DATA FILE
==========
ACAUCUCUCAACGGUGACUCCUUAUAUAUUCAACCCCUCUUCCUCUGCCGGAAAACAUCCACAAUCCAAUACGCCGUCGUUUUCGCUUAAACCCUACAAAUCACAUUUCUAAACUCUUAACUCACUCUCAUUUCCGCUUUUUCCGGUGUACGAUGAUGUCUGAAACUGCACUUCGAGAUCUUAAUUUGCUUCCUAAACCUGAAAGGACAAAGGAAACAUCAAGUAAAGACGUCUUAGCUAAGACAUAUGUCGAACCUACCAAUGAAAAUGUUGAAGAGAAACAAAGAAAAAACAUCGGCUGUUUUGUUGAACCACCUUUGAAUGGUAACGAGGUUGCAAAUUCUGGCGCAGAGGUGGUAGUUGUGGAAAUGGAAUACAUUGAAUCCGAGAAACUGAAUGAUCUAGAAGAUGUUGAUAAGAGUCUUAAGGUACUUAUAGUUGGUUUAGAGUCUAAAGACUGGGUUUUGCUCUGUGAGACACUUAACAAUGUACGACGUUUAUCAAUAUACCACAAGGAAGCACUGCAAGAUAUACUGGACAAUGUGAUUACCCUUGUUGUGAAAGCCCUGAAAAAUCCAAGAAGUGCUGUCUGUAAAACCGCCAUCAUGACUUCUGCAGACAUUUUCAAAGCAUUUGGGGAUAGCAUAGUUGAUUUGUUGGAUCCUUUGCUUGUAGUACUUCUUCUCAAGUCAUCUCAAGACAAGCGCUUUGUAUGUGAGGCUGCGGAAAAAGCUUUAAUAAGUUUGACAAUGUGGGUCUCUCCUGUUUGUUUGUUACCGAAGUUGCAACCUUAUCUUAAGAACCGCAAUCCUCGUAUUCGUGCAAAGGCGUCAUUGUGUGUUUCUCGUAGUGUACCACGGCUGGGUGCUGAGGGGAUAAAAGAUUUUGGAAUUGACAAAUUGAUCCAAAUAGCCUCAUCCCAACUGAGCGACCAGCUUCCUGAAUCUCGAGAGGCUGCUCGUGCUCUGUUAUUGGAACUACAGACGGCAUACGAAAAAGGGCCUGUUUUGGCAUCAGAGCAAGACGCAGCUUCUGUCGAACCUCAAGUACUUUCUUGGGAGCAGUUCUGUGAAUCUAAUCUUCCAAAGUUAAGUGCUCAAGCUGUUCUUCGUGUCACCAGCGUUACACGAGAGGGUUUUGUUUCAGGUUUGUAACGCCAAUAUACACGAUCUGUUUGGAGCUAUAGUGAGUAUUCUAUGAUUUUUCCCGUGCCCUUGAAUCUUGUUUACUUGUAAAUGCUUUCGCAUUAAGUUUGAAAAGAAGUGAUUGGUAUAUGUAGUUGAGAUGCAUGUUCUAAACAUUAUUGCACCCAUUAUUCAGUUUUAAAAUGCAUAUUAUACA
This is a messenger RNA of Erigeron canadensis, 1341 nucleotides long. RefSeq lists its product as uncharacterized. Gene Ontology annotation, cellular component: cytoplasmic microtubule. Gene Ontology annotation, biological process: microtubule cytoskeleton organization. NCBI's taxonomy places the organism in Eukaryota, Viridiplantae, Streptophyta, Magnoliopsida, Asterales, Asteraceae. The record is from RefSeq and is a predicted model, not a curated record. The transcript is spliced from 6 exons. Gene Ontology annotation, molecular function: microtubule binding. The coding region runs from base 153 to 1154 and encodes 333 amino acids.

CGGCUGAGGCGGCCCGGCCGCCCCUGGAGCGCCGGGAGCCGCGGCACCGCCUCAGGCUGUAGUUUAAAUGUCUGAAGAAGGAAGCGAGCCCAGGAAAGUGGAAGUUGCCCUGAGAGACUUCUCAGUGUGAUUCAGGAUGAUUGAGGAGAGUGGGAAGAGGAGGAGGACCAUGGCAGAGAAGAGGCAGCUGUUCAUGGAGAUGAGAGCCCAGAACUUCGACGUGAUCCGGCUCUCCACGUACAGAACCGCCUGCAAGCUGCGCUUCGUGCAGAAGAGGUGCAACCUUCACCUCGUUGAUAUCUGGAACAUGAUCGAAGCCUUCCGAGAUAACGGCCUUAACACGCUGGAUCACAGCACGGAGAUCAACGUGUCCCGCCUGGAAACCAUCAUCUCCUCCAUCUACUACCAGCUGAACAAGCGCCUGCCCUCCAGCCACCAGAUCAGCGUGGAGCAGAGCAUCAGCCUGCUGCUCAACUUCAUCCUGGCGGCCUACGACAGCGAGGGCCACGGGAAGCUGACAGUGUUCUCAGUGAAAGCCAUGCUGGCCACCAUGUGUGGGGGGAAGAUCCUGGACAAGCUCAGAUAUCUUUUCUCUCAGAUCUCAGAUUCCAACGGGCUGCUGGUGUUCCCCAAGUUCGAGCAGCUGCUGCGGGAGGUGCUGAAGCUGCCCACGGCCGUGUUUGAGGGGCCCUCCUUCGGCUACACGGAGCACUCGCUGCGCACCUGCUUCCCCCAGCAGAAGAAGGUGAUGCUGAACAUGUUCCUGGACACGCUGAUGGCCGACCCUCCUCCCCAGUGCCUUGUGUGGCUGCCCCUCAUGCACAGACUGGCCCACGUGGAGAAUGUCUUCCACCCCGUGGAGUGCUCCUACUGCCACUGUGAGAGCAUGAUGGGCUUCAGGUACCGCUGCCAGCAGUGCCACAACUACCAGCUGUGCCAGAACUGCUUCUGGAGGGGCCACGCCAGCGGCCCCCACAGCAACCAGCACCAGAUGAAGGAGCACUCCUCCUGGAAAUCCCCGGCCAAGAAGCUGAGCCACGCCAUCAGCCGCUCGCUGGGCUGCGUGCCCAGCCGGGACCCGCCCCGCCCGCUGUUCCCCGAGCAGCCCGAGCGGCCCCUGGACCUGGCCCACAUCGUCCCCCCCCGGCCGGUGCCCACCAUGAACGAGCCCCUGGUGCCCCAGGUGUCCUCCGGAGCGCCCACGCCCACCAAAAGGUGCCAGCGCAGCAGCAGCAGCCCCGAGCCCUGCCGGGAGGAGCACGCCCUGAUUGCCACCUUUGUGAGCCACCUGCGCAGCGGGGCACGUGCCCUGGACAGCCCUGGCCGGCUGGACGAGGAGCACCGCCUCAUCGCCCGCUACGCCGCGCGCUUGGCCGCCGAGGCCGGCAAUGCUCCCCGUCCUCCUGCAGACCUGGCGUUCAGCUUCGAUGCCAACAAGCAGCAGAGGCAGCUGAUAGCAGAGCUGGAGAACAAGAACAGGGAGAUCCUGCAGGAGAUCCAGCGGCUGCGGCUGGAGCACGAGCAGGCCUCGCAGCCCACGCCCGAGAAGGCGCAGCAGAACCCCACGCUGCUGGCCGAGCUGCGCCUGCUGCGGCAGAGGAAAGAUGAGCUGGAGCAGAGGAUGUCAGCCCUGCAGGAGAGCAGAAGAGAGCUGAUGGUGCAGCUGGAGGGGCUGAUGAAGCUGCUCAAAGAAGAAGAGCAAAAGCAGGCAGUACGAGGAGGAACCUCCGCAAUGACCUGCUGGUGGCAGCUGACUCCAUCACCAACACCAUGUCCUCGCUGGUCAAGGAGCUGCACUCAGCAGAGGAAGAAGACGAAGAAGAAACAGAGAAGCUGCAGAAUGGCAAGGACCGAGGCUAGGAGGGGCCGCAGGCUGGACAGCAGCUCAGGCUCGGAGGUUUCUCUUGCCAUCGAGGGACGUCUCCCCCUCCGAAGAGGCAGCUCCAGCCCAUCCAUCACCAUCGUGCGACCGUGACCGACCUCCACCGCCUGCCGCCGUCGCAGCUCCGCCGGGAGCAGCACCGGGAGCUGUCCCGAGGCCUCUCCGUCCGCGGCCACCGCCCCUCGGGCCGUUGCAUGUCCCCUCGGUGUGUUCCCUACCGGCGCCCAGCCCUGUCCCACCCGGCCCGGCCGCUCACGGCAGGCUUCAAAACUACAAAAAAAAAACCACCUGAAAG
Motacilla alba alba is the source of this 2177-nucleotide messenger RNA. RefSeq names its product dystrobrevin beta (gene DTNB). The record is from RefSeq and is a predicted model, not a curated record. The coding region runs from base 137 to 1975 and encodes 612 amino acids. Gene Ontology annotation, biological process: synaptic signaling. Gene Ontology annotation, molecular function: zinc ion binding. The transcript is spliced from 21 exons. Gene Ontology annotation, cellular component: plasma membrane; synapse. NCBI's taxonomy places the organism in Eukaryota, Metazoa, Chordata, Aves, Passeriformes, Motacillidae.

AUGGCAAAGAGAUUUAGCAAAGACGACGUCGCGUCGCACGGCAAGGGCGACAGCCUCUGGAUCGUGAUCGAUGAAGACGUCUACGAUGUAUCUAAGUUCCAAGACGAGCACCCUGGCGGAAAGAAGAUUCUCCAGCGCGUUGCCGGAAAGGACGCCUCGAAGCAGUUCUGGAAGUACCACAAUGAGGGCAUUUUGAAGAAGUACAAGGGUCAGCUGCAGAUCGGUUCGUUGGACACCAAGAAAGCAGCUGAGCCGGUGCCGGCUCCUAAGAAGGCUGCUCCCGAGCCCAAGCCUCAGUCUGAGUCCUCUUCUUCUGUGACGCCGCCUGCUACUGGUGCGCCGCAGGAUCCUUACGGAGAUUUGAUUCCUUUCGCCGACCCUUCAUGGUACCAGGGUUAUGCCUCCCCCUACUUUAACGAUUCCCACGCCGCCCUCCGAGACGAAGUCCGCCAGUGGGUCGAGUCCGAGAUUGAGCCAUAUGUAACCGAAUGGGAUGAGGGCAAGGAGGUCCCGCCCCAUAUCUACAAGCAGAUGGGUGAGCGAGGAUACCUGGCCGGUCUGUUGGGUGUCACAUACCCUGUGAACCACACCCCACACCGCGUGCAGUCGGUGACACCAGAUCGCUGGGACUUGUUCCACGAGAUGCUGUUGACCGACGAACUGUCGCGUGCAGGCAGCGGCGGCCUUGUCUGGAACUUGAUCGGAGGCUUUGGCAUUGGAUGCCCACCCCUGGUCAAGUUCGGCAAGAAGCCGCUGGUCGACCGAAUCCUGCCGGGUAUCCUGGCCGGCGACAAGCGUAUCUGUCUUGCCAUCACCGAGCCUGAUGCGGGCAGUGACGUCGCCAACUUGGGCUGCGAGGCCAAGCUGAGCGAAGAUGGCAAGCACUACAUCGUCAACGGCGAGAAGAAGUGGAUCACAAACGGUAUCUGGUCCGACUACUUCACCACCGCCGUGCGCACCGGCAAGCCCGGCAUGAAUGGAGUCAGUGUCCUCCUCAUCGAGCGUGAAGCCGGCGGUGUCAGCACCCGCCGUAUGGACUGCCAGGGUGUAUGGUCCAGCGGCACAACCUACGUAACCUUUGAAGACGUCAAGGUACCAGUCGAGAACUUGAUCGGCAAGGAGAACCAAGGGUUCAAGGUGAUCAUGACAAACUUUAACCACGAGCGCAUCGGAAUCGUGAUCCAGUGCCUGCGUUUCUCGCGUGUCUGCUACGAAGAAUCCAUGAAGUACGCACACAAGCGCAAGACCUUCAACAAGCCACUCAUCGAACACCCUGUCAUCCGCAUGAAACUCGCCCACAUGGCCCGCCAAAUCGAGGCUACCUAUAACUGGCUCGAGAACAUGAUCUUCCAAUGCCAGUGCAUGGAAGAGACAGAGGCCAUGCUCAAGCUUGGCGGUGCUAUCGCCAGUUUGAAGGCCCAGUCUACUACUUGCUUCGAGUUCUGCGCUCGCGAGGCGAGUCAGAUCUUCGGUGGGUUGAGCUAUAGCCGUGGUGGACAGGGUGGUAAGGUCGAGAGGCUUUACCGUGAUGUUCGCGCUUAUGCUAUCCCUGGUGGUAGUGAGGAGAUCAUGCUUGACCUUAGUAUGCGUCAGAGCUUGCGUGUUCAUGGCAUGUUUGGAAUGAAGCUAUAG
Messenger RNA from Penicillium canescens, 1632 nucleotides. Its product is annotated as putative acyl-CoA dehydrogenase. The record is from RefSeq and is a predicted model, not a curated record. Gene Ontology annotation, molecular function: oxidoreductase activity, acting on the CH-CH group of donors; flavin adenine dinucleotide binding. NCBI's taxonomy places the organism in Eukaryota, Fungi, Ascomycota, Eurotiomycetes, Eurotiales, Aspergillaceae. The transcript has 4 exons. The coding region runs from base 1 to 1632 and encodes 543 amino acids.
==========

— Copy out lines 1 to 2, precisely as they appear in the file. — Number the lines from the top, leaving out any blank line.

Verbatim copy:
ACAUCUCUCAACGGUGACUCCUUAUAUAUUCAACCCCUCUUCCUCUGCCGGAAAACAUCCACAAUCCAAUACGCCGUCGUUUUCGCUUAAACCCUACAAAUCACAUUUCUAAACUCUUAACUCACUCUCAUUUCCGCUUUUUCCGGUGUACGAUGAUGUCUGAAACUGCACUUCGAGAUCUUAAUUUGCUUCCUAAACCUGAAAGGACAAAGGAAACAUCAAGUAAAGACGUCUUAGCUAAGACAUAUGUCGAACCUACCAAUGAAAAUGUUGAAGAGAAACAAAGAAAAAACAUCGGCUGUUUUGUUGAACCACCUUUGAAUGGUAACGAGGUUGCAAAUUCUGGCGCAGAGGUGGUAGUUGUGGAAAUGGAAUACAUUGAAUCCGAGAAACUGAAUGAUCUAGAAGAUGUUGAUAAGAGUCUUAAGGUACUUAUAGUUGGUUUAGAGUCUAAAGACUGGGUUUUGCUCUGUGAGACACUUAACAAUGUACGACGUUUAUCAAUAUACCACAAGGAAGCACUGCAAGAUAUACUGGACAAUGUGAUUACCCUUGUUGUGAAAGCCCUGAAAAAUCCAAGAAGUGCUGUCUGUAAAACCGCCAUCAUGACUUCUGCAGACAUUUUCAAAGCAUUUGGGGAUAGCAUAGUUGAUUUGUUGGAUCCUUUGCUUGUAGUACUUCUUCUCAAGUCAUCUCAAGACAAGCGCUUUGUAUGUGAGGCUGCGGAAAAAGCUUUAAUAAGUUUGACAAUGUGGGUCUCUCCUGUUUGUUUGUUACCGAAGUUGCAACCUUAUCUUAAGAACCGCAAUCCUCGUAUUCGUGCAAAGGCGUCAUUGUGUGUUUCUCGUAGUGUACCACGGCUGGGUGCUGAGGGGAUAAAAGAUUUUGGAAUUGACAAAUUGAUCCAAAUAGCCUCAUCCCAACUGAGCGACCAGCUUCCUGAAUCUCGAGAGGCUGCUCGUGCUCUGUUAUUGGAACUACAGACGGCAUACGAAAAAGGGCCUGUUUUGGCAUCAGAGCAAGACGCAGCUUCUGUCGAACCUCAAGUACUUUCUUGGGAGCAGUUCUGUGAAUCUAAUCUUCCAAAGUUAAGUGCUCAAGCUGUUCUUCGUGUCACCAGCGUUACACGAGAGGGUUUUGUUUCAGGUUUGUAACGCCAAUAUACACGAUCUGUUUGGAGCUAUAGUGAGUAUUCUAUGAUUUUUCCCGUGCCCUUGAAUCUUGUUUACUUGUAAAUGCUUUCGCAUUAAGUUUGAAAAGAAGUGAUUGGUAUAUGUAGUUGAGAUGCAUGUUCUAAACAUUAUUGCACCCAUUAUUCAGUUUUAAAAUGCAUAUUAUACA
This is a messenger RNA of Erigeron canadensis, 1341 nucleotides long. RefSeq lists its product as uncharacterized. Gene Ontology annotation, cellular component: cytoplasmic microtubule. Gene Ontology annotation, biological process: microtubule cytoskeleton organization. NCBI's taxonomy places the organism in Eukaryota, Viridiplantae, Streptophyta, Magnoliopsida, Asterales, Asteraceae. The record is from RefSeq and is a predicted model, not a curated record. The transcript is spliced from 6 exons. Gene Ontology annotation, molecular function: microtubule binding. The coding region runs from base 153 to 1154 and encodes 333 amino acids.